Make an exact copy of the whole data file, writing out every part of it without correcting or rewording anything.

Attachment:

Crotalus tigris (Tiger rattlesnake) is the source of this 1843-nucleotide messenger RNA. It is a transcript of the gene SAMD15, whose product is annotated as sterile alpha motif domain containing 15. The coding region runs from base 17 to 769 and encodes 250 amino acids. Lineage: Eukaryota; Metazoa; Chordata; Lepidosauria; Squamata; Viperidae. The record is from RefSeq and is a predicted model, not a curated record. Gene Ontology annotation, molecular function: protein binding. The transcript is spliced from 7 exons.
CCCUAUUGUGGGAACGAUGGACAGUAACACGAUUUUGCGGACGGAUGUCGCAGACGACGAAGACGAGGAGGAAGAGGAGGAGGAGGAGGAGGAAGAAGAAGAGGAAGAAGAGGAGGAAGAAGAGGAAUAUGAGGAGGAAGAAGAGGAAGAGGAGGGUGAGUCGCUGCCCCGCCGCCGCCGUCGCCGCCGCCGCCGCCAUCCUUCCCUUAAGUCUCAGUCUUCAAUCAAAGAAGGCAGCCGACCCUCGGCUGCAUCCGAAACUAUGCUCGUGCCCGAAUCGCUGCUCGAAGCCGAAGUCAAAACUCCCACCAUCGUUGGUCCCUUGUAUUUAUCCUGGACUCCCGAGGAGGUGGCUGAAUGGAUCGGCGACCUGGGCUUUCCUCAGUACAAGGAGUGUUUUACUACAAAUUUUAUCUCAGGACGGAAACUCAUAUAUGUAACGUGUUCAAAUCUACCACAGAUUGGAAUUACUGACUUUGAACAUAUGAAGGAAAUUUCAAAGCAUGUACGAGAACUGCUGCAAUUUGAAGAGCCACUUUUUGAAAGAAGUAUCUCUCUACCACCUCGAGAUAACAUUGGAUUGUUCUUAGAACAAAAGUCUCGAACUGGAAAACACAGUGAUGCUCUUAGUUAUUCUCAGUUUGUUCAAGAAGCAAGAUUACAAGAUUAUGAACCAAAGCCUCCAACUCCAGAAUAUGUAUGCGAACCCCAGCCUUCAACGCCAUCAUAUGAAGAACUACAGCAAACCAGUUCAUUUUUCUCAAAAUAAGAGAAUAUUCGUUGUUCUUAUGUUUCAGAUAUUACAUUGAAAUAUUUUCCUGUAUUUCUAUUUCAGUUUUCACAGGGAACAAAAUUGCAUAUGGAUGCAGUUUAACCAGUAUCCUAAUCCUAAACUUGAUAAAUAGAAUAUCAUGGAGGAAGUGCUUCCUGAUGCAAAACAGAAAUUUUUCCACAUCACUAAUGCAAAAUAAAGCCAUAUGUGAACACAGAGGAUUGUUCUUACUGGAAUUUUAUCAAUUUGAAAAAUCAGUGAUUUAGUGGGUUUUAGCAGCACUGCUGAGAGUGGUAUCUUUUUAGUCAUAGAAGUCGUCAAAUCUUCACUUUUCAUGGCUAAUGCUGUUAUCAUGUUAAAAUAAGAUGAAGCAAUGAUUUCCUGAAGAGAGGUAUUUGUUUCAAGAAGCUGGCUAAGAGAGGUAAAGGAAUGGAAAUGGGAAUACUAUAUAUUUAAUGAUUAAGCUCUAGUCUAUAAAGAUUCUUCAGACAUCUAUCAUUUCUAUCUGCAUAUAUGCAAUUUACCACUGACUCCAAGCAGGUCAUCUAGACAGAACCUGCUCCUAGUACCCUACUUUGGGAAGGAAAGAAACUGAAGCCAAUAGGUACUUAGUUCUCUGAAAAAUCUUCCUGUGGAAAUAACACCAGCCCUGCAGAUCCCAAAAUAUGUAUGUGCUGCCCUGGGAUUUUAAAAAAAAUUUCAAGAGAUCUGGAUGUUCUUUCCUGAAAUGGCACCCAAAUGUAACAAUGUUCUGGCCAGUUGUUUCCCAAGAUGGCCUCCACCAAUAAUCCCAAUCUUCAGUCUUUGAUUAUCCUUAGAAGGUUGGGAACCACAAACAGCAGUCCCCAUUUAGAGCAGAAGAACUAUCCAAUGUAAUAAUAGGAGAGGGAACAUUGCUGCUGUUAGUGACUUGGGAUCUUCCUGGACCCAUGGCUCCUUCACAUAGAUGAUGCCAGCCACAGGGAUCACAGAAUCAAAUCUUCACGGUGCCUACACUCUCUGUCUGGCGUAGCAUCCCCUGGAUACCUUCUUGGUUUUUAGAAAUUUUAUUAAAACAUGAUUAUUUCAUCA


Crotalus tigris (Tiger rattlesnake) is the source of this 1843-nucleotide messenger RNA. It is a transcript of the gene SAMD15, whose product is annotated as sterile alpha motif domain containing 15. The coding region runs from base 17 to 769 and encodes 250 amino acids. Lineage: Eukaryota; Metazoa; Chordata; Lepidosauria; Squamata; Viperidae. The record is from RefSeq and is a predicted model, not a curated record. Gene Ontology annotation, molecular function: protein binding. The transcript is spliced from 7 exons.
CCCUAUUGUGGGAACGAUGGACAGUAACACGAUUUUGCGGACGGAUGUCGCAGACGACGAAGACGAGGAGGAAGAGGAGGAGGAGGAGGAGGAAGAAGAAGAGGAAGAAGAGGAGGAAGAAGAGGAAUAUGAGGAGGAAGAAGAGGAAGAGGAGGGUGAGUCGCUGCCCCGCCGCCGCCGUCGCCGCCGCCGCCGCCAUCCUUCCCUUAAGUCUCAGUCUUCAAUCAAAGAAGGCAGCCGACCCUCGGCUGCAUCCGAAACUAUGCUCGUGCCCGAAUCGCUGCUCGAAGCCGAAGUCAAAACUCCCACCAUCGUUGGUCCCUUGUAUUUAUCCUGGACUCCCGAGGAGGUGGCUGAAUGGAUCGGCGACCUGGGCUUUCCUCAGUACAAGGAGUGUUUUACUACAAAUUUUAUCUCAGGACGGAAACUCAUAUAUGUAACGUGUUCAAAUCUACCACAGAUUGGAAUUACUGACUUUGAACAUAUGAAGGAAAUUUCAAAGCAUGUACGAGAACUGCUGCAAUUUGAAGAGCCACUUUUUGAAAGAAGUAUCUCUCUACCACCUCGAGAUAACAUUGGAUUGUUCUUAGAACAAAAGUCUCGAACUGGAAAACACAGUGAUGCUCUUAGUUAUUCUCAGUUUGUUCAAGAAGCAAGAUUACAAGAUUAUGAACCAAAGCCUCCAACUCCAGAAUAUGUAUGCGAACCCCAGCCUUCAACGCCAUCAUAUGAAGAACUACAGCAAACCAGUUCAUUUUUCUCAAAAUAAGAGAAUAUUCGUUGUUCUUAUGUUUCAGAUAUUACAUUGAAAUAUUUUCCUGUAUUUCUAUUUCAGUUUUCACAGGGAACAAAAUUGCAUAUGGAUGCAGUUUAACCAGUAUCCUAAUCCUAAACUUGAUAAAUAGAAUAUCAUGGAGGAAGUGCUUCCUGAUGCAAAACAGAAAUUUUUCCACAUCACUAAUGCAAAAUAAAGCCAUAUGUGAACACAGAGGAUUGUUCUUACUGGAAUUUUAUCAAUUUGAAAAAUCAGUGAUUUAGUGGGUUUUAGCAGCACUGCUGAGAGUGGUAUCUUUUUAGUCAUAGAAGUCGUCAAAUCUUCACUUUUCAUGGCUAAUGCUGUUAUCAUGUUAAAAUAAGAUGAAGCAAUGAUUUCCUGAAGAGAGGUAUUUGUUUCAAGAAGCUGGCUAAGAGAGGUAAAGGAAUGGAAAUGGGAAUACUAUAUAUUUAAUGAUUAAGCUCUAGUCUAUAAAGAUUCUUCAGACAUCUAUCAUUUCUAUCUGCAUAUAUGCAAUUUACCACUGACUCCAAGCAGGUCAUCUAGACAGAACCUGCUCCUAGUACCCUACUUUGGGAAGGAAAGAAACUGAAGCCAAUAGGUACUUAGUUCUCUGAAAAAUCUUCCUGUGGAAAUAACACCAGCCCUGCAGAUCCCAAAAUAUGUAUGUGCUGCCCUGGGAUUUUAAAAAAAAUUUCAAGAGAUCUGGAUGUUCUUUCCUGAAAUGGCACCCAAAUGUAACAAUGUUCUGGCCAGUUGUUUCCCAAGAUGGCCUCCACCAAUAAUCCCAAUCUUCAGUCUUUGAUUAUCCUUAGAAGGUUGGGAACCACAAACAGCAGUCCCCAUUUAGAGCAGAAGAACUAUCCAAUGUAAUAAUAGGAGAGGGAACAUUGCUGCUGUUAGUGACUUGGGAUCUUCCUGGACCCAUGGCUCCUUCACAUAGAUGAUGCCAGCCACAGGGAUCACAGAAUCAAAUCUUCACGGUGCCUACACUCUCUGUCUGGCGUAGCAUCCCCUGGAUACCUUCUUGGUUUUUAGAAAUUUUAUUAAAACAUGAUUAUUUCAUCA